SceneSys: A roleplaying log system for MySQL

Submitted by Mercutio on Tue, 2010-01-05 14:27

Over time, PennMUSH has been seeing more and more connectivity with MySQL and other such server software. Forums, bboards - even rumors of the Anomaly Jobs system stepping onto MySQL.
Ever since I started touching MySQL on my sandbox, ideas have begun to grow. SceneSys is one such idea. In this post, I will lay out this system for you. If you have any questions, leave me a comment! I'd love to answer any questions you may have.

I've had many little projects over time, that were planned by me to learn how to best tackle some major things in SceneSys. How to set up tables. How to write the code. How to make things modular. Some of these projects are listed below.


Player Connection Logger
When are people most on, how long are they on, etc.
Who Display
For website to display the +who - updated every 5 seconds & on {dis}connects.
Apples to Apples
The Apples to Apples game, brought to MySQL. (In progress)
+system
A +help/theme/whateveryouwant system, using a markup to allow easy export to HTML. (In progress)

Time passed quickly, and it was interesting to see how often I was wrong on how to tackle a table-setup. I must thank the people on M*U*S*H for pointing me in the right direction on how to do things better; and as I practiced more, I also noticed some bugs that were needing to be fixed before SceneSys could be started on.

Listens were not taking colors, the @message/nospoof bug that was not reporting correctly. Things like that. But now that 1.8.3p11 has officially been released, I can finally start on this project.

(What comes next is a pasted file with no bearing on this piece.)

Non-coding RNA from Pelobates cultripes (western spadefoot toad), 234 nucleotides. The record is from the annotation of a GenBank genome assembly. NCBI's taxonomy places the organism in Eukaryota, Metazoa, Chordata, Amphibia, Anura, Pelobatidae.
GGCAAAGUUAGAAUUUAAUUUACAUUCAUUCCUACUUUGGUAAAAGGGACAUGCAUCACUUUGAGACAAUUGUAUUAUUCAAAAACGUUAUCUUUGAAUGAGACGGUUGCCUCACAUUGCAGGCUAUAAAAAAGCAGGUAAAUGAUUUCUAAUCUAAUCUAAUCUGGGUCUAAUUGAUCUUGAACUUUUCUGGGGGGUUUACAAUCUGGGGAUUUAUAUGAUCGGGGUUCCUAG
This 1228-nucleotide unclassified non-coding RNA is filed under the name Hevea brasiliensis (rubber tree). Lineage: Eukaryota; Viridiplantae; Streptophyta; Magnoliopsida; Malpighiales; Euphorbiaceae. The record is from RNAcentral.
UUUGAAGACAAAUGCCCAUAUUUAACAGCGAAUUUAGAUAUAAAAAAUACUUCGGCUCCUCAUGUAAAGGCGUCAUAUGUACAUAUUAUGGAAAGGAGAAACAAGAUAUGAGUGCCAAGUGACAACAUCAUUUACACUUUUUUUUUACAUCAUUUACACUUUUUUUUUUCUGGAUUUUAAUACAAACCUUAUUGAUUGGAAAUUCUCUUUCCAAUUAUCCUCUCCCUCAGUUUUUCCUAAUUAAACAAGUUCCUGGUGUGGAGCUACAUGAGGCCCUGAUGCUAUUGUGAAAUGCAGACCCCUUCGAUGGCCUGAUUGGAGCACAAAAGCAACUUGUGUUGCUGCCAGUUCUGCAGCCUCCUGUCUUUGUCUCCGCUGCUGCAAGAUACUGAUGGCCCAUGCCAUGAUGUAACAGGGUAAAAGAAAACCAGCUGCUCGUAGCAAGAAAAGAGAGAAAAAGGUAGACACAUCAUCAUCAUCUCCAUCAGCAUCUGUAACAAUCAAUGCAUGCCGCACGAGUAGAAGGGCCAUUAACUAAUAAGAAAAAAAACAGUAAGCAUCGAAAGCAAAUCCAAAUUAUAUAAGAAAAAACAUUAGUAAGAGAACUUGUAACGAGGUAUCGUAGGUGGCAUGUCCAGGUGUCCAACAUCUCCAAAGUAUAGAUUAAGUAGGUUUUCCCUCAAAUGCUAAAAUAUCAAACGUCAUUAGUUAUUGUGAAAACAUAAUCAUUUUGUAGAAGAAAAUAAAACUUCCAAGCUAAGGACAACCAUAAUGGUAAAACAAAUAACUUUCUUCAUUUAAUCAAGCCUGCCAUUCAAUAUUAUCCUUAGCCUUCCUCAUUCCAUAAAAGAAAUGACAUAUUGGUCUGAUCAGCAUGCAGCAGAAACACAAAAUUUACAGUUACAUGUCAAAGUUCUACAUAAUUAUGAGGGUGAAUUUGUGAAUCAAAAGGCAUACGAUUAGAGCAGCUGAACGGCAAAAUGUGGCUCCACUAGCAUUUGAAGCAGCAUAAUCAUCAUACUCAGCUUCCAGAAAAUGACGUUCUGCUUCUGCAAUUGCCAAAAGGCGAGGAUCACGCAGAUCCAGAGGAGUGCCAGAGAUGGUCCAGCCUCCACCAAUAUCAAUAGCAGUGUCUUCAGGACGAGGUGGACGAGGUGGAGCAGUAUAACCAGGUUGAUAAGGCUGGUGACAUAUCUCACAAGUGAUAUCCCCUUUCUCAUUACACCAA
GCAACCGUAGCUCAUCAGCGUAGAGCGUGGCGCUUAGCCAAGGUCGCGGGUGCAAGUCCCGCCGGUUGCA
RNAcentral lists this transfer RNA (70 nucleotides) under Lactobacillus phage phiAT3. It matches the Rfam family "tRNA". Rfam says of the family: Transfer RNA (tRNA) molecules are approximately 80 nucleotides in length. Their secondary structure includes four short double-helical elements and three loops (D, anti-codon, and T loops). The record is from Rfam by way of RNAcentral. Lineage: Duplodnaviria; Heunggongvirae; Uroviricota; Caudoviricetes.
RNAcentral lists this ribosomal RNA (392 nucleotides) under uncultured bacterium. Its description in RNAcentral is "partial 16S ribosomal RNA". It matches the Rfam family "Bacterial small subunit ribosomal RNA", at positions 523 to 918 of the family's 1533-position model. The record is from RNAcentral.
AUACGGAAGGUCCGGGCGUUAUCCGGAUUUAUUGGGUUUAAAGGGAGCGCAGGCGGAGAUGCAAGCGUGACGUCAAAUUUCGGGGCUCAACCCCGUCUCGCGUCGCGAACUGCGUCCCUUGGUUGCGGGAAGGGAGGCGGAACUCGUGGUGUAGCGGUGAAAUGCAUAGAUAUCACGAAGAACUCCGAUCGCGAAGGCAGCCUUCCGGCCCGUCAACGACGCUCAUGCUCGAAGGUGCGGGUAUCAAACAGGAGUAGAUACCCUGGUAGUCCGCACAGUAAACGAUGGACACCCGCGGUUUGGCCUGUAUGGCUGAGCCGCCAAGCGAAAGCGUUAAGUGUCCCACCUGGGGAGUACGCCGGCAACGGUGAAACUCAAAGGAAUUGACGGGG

But all of this of course raises the question...


What is SceneSys?

SceneSys, short for - as you may have figured out on your own - 'Scene System', is a system to keep track of your scenes, making logging a pinch, keep track of posing orders, allow for scene announcement, join-locking, tagging, and quite some things more. Only for PennMUSH 1.8.3p11 and over.
SceneSys, the objects.

SceneSys uses rooms to listen to, what can be considered, RP. With other words, any 'say', 'pose', '@emit' etc gets captured by the <SceneSys Room Parent : SSRP>. To do this, it uses a ^-listen pattern on the parent room, then requires each room underneath it to be set 'LISTEN_PARENT' and 'MONITOR'. This likely can be considered to be a pain in the ass for initial setup, and I will be looking into seeing if something better can be worked out, perhaps.

Whatever it hears, it then sends to the <SceneSys Object : SSO>, which should be in #2. It gives this object all information it can find, after having filtered out whether or not something is an RP pose. This object will include a lot of commands for the player to use. And will use @triggers for a lot of it's actions.

For the <SSO> to interact with MySQL, it will also use <Walker's MySQL Wrapper : WMW>. So it will be more readable and organized.


SceneSys, what is a pose?
To figure out whether something is a pose or not, there will be multiple filters and 'smart systems' in place.

First, <SSRP> filters based on what type the object is, and how large the pose was. These are settings that will be sitting in the MySQL tables. It will also check if something was OOC, by checking the first X characters for whether or not it had 'OOC' in it, without being part of a word.

After this, <SSO> will check if the player who posed is active in a scene. If they have never used/joined a scene, we can assume that this was not a pose. If they went beyond X amount of time since their last pose, we can assume it is not a pose. But, within a certain amount of time, the player will be warned that they posed without activating a scene - just to double check.